You end the book by talking about the future of Africa. Is it a youthful continent?
Absolutely. The average age in Africa is between 18 and 19 years old. In countries such as Japan or the UK, it’s 40 to 50. Wherever you have so many young people, there is vibrancy; a thirst for entrepreneurship and ambition. I cannot understand how this continent could be consigned to the dustbin of history when it has this amazing demographic boon. Of course, Africa faces many challenges but I believe that, say, in 20 years’ time, it will undergo a significant transformation.

To hear the full interview with Zeinab Badawi, tune in to the latest episode of ‘Meet The Writers’ on Monocle Radio.

The Monocle Concierge / Athens

Greek revival

The Monocle Concierge is our purveyor of top tips and delectable recommendations for your next trip. If you’re planning to go somewhere nice and would like some advice, click here. We will answer one question a week.

Dear Concierge,

Any good suggestions for a short trip to Athens, Greece?

Fredrick Wagner

Image: Ama Lachei
Image: Ama Lachei

Dear Fredrick,

The Greek capital has long been a stopover for visitors on their way to the islands. But it’s now home to a growing group of entrepreneurs and creatives who are setting up shop for its food, sun and low cost of living. Bustling Syntagma Square sits at the heart of Athens. Over the years, it has experienced a vast transformation, with the arrival of multi-brand boutiques and brand flagships setting up nearby. Take Zeus+Dione, a luxury label that incorporates Greek design and symbolism into contemporary clothing, all while supporting artisans across the country.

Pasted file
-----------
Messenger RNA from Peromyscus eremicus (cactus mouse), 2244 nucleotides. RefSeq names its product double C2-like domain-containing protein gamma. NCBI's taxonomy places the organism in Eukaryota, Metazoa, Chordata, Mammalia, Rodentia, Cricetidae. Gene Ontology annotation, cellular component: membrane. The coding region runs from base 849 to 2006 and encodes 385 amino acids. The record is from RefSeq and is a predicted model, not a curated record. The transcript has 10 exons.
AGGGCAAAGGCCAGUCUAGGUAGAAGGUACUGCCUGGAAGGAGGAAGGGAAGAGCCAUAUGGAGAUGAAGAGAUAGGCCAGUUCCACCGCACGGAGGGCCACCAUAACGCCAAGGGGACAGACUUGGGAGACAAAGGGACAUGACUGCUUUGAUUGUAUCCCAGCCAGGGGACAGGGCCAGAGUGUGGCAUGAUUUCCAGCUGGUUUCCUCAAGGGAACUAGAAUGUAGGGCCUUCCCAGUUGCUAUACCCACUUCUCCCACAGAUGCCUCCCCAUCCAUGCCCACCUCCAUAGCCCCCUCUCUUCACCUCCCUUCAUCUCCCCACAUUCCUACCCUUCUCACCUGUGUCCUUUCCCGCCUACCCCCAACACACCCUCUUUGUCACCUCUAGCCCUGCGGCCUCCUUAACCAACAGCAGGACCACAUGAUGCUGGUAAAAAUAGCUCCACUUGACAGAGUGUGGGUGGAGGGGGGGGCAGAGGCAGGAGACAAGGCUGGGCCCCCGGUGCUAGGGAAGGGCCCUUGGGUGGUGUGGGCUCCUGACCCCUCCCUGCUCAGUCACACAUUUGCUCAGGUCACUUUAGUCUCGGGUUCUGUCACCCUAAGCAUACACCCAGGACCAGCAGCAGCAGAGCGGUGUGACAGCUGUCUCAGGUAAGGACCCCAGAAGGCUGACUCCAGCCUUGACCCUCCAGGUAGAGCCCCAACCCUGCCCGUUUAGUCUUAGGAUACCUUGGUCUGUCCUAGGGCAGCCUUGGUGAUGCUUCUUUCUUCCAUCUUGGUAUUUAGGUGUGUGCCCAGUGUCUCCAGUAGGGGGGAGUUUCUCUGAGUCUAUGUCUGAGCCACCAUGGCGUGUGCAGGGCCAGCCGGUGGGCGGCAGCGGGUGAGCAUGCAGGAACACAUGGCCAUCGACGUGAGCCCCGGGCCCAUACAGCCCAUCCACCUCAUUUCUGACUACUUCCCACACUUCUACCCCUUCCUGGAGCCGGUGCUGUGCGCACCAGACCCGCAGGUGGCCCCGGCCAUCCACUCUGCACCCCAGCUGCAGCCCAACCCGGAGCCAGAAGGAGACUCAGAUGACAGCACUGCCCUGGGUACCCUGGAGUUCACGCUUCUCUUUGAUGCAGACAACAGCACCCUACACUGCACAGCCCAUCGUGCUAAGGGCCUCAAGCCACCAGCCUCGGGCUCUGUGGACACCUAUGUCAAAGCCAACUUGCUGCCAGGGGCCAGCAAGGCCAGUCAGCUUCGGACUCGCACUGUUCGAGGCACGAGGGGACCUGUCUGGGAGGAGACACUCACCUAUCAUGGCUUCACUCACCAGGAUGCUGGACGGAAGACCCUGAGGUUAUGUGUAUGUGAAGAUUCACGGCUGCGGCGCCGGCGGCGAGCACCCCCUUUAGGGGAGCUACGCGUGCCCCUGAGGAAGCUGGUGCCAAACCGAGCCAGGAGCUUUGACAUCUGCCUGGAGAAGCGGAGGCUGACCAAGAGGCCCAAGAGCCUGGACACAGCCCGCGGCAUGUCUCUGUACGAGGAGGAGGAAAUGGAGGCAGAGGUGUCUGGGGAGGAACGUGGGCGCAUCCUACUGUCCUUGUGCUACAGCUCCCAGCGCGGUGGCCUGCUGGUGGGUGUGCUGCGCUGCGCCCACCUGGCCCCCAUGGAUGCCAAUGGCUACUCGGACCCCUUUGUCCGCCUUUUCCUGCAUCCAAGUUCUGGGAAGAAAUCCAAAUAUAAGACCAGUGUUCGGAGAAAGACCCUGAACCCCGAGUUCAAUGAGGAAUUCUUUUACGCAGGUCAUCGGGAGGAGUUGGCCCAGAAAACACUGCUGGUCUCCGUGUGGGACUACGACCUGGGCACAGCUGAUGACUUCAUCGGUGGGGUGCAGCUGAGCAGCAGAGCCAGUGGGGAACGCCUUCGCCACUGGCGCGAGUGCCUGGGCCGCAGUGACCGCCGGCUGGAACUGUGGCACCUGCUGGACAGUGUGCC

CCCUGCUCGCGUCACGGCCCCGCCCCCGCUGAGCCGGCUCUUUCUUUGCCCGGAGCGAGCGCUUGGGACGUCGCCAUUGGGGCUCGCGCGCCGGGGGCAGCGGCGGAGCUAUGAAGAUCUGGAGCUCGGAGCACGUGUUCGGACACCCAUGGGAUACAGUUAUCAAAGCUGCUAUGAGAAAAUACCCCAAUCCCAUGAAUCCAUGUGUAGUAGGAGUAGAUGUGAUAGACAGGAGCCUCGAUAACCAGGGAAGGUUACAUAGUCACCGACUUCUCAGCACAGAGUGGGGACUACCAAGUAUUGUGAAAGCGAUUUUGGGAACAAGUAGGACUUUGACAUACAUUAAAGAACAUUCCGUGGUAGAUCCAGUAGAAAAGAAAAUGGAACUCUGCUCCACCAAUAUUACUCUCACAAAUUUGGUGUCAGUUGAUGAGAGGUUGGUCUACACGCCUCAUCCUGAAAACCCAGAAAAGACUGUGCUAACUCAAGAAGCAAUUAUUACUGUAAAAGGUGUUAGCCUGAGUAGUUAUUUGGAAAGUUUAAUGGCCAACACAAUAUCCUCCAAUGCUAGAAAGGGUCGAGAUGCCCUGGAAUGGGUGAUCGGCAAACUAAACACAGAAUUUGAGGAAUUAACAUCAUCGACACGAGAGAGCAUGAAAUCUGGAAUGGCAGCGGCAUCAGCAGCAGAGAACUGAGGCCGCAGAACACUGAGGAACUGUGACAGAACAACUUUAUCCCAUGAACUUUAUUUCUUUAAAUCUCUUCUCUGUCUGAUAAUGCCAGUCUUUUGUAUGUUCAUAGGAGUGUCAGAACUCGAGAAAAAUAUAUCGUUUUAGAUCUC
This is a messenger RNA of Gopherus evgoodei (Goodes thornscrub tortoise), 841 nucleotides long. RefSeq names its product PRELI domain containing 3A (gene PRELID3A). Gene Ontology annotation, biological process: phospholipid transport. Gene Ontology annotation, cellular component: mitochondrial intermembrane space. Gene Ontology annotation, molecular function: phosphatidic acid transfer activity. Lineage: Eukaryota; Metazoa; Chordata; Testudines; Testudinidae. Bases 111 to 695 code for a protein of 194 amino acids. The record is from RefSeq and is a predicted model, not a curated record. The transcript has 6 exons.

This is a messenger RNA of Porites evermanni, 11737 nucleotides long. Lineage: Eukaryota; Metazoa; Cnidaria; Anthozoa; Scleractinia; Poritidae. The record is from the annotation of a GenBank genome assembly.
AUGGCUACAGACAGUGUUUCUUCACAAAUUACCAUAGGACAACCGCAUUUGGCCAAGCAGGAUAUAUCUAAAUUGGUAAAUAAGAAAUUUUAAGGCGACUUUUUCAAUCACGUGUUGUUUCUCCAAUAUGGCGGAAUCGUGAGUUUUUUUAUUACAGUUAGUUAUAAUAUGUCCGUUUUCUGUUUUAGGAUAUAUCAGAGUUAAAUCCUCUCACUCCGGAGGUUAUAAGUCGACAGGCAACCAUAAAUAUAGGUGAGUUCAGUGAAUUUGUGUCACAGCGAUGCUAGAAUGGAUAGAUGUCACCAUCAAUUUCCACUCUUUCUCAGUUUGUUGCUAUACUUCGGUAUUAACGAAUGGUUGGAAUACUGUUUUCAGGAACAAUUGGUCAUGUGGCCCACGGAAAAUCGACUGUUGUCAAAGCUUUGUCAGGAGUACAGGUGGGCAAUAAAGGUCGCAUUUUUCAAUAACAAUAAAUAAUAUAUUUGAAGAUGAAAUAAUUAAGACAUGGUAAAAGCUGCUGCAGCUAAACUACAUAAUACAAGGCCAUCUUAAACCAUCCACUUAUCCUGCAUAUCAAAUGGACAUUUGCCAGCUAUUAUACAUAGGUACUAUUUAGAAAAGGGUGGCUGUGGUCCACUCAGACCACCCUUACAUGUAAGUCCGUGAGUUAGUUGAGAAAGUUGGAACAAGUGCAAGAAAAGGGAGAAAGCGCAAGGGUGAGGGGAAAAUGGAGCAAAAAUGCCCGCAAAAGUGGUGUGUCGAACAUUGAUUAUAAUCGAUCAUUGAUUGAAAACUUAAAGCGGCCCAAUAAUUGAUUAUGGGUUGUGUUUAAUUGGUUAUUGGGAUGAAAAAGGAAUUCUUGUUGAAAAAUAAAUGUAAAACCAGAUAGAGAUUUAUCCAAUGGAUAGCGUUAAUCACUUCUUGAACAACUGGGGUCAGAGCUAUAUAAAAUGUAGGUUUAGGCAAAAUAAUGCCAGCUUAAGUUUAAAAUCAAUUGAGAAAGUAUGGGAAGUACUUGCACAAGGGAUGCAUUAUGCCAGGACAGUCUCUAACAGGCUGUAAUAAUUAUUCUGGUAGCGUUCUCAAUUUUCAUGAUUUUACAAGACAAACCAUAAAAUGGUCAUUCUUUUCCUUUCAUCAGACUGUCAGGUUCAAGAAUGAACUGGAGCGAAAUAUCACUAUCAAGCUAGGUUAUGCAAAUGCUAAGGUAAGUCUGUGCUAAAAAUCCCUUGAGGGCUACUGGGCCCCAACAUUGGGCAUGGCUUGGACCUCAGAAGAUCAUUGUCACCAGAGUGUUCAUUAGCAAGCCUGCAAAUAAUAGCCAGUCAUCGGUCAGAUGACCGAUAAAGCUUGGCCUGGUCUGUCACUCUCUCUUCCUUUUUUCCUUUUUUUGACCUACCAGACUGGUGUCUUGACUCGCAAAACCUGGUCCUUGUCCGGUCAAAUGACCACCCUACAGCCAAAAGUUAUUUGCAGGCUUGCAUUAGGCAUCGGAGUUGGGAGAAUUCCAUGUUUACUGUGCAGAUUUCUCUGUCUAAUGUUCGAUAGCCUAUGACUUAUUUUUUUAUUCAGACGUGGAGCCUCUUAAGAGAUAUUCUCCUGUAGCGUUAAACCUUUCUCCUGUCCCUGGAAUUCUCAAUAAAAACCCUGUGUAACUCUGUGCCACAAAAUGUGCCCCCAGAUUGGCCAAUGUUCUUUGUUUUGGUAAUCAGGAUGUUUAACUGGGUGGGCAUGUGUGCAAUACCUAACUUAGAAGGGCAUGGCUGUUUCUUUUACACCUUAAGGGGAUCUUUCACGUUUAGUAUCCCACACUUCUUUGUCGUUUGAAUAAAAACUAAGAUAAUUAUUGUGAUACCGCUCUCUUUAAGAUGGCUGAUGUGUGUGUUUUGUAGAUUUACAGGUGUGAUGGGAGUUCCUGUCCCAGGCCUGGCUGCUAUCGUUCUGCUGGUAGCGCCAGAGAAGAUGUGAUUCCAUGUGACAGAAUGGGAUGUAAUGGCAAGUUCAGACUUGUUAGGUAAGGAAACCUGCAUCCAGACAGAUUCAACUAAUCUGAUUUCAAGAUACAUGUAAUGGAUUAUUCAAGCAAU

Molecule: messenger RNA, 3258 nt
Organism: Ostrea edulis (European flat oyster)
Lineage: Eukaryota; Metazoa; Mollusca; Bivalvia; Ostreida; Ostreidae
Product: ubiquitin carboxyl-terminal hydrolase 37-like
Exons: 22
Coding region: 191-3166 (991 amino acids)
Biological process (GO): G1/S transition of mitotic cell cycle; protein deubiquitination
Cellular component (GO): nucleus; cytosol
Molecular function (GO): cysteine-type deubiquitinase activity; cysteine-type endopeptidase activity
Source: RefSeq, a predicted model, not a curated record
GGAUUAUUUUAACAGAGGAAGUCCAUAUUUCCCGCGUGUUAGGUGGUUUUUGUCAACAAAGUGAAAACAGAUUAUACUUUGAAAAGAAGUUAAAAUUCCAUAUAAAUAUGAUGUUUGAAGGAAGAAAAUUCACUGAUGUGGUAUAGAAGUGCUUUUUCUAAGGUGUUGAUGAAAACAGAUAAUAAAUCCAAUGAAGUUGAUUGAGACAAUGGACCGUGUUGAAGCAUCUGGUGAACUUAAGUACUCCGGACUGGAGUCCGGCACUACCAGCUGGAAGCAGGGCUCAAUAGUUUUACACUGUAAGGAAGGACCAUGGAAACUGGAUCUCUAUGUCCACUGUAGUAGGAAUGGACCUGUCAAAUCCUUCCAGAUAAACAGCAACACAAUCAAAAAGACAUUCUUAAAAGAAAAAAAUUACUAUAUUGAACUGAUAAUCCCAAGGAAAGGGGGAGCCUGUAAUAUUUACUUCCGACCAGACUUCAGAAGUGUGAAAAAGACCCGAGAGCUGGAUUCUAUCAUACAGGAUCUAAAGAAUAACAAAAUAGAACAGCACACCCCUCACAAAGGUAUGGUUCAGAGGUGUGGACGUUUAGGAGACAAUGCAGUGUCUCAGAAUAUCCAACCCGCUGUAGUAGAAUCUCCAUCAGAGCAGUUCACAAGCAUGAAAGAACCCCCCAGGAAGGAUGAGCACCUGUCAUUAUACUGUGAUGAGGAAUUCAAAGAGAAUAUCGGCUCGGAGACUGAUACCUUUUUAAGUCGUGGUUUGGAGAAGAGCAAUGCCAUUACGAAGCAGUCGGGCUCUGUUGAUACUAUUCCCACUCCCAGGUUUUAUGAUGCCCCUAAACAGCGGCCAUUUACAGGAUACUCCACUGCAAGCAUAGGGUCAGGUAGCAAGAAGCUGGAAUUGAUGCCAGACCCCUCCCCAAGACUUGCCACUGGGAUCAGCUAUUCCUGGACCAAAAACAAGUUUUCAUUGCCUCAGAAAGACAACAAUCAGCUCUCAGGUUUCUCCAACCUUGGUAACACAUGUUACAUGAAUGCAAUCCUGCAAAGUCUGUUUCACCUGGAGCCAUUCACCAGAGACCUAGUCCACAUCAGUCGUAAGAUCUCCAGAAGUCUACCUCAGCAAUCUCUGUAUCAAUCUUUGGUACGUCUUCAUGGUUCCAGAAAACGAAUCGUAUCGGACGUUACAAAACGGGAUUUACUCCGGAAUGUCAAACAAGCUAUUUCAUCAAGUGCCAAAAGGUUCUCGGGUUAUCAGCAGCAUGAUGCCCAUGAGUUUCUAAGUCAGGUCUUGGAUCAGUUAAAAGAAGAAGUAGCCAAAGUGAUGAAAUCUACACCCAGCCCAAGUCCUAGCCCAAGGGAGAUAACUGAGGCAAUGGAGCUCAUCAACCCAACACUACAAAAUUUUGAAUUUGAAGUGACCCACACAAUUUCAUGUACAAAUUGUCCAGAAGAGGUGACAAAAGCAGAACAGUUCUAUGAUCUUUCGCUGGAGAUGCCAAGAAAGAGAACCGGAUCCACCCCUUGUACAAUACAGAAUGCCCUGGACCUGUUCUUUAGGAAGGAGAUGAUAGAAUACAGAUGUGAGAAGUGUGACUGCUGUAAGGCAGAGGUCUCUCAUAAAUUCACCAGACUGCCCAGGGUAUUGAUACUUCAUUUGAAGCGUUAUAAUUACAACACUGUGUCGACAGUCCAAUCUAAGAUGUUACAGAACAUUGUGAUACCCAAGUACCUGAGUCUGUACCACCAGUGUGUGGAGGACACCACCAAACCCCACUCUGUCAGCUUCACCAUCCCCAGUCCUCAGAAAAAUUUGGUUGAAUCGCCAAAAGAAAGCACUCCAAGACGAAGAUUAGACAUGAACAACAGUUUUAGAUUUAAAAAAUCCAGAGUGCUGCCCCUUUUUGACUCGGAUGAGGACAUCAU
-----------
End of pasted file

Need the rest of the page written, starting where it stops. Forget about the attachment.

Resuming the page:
From Syntagma, make your way to Plaka, whose narrow cobblestone streets and colourful shops make it a destination in its own right. Head to Mouki Mou’s new Athens outpost, which offers chic casual wear and handcrafted homeware. And, if you feel like taking a break, the shop’s terrace has one of the best views in the city. For lunch, sample modern Greek cuisine at the Linou Soumpasis and Sia or Ama Lachei (pictured, bottom) in the artsy neighbourhood of Exarchia. If you’re looking for Athenian souvenirs, check out Olgianna Melissinos Sandals, a family-run business that makes some of the best made-to-measure leather sandals in town. For dessert, visit Afoi Asimakopouloi in Charilaou Trikoupi, one of Athens’s oldest confectionery shops, run by the same family since 1915.

There is also an increasing number of green spaces and urban initiatives outside the city centre. It is worth heading to the Stavros Niarchos Foundation Cultural Center (pictured, top) in south Athens, which regularly hosts art exhibitions, sports fixtures and cultural events throughout the year. Καλό ταξίδι!